We’re a long way from that right now.

I hope you have a nice weekend (it’ll be nicer if you don’t watch all the ugly campaign ads on your screens!).


wdc-logomatt-rothschild-2018Best,

Matt Rothschild
Executive Director
This e-mail address is being protected from spambots. You need JavaScript enabled to view it

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Evers Right About Direct Democracy

Posted by Matt Rothschild, Wisconsin Democracy Campaign
Matt Rothschild, Wisconsin Democracy Campaign
Matt Rothschild is the Executive Director of the Wisconsin Democracy Campaign, a
User is currently offline
on Thursday, 22 September 2022
in Wisconsin

womens-healthGov. Evers is right to call for binding referendums, and how this call echoes one from another progressive Wisconsin governor 111 years ago! - Matt Rothschild


MADISON - On Sept. 21, Gov. Tony Evers made a bold move: He came out in favor of binding referendums, and he called the Legislature back to vote on beginning the process of amending our Wisconsin Constitution to provide for such popular sovereignty.

Noting the motto inscribed in the Capitol that proclaims, “ The will of the people is the law of the land,” Evers pointed out that this is no longer true in Wisconsin – especially on abortion rights.

tony-evers“Well, right now, today, when it comes to reproductive freedom, the will of the people isn’t the law of the land. And it damn well should be, folks. It really should,” Evers said.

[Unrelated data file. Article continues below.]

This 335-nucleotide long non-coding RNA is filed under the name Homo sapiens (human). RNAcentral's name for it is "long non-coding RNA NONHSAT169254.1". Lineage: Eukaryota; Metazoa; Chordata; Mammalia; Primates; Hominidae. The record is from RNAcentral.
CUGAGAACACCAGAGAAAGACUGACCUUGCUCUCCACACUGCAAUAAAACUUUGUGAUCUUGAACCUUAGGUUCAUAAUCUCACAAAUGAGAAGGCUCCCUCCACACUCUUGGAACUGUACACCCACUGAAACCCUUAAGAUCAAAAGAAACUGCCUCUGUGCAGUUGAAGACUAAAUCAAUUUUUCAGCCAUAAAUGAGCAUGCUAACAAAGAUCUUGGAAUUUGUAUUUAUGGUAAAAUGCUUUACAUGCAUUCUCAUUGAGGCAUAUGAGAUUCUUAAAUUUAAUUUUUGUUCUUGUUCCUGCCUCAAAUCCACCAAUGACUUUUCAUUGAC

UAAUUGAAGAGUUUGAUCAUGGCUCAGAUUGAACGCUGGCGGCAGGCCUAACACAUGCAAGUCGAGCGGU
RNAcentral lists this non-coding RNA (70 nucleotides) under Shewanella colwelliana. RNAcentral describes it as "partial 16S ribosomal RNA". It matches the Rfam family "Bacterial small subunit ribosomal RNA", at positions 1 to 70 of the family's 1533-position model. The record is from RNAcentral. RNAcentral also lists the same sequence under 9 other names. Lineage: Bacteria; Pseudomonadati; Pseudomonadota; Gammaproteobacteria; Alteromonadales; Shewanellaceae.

Evers is right about reproductive freedom. In the latest Marquette Law School poll, 63 percent opposed the overturning of Roe v. Wade, and 83 percent of Wisconsinites favored allowing a woman to get an abortion in cases of rape and incest. And that included 70 percent of Republicans. Only 10 percent of Wisconsinites oppose such a provision. Yet with the overturning of Roe, Wisconsin, under the abortion ban passed back in 1849, doesn’t allow exceptions for rape and incest. (Tim Michels, by the way, opposes abortion even in cases of rape and incest.)

And it’s not just the issue of reproductive freedom where the will of the people of Wisconsin is being denied. The Marquette Law School poll in August found that 78 percent of Wisconsinites favor paid medical leave for parents of new babies. And 69 percent favor legalizing marijuana (a whopping 83% favored legalizing medical marijuana in a previous Marquette poll).

The vast majority of Wisconsinites also favor banning gerrymandering, with 72 percent approval, according to a 2019 Marquette poll, and 87 percent approval, according to a 2021 poll by YouGov.

When We, the People, aren’t getting what we overwhelmingly want, there’s something seriously wrong with our democracy.

And one way to fix it is by giving us the right of binding referendums, as Evers is proposing.

After all, Illinois, Michigan, and Ohio have it. Why can’t we, here in Wisconsin?

In two cases over the past decade, Michigan and Ohio used it to great effect.

After Scott Walker rammed through Act 10, dealing a crushing blow to public sector unions, Republicans in Ohio passed a copy-cat bill, which was signed into law. But the people of Ohio wouldn’t stand for it, and they overturned it by referendum.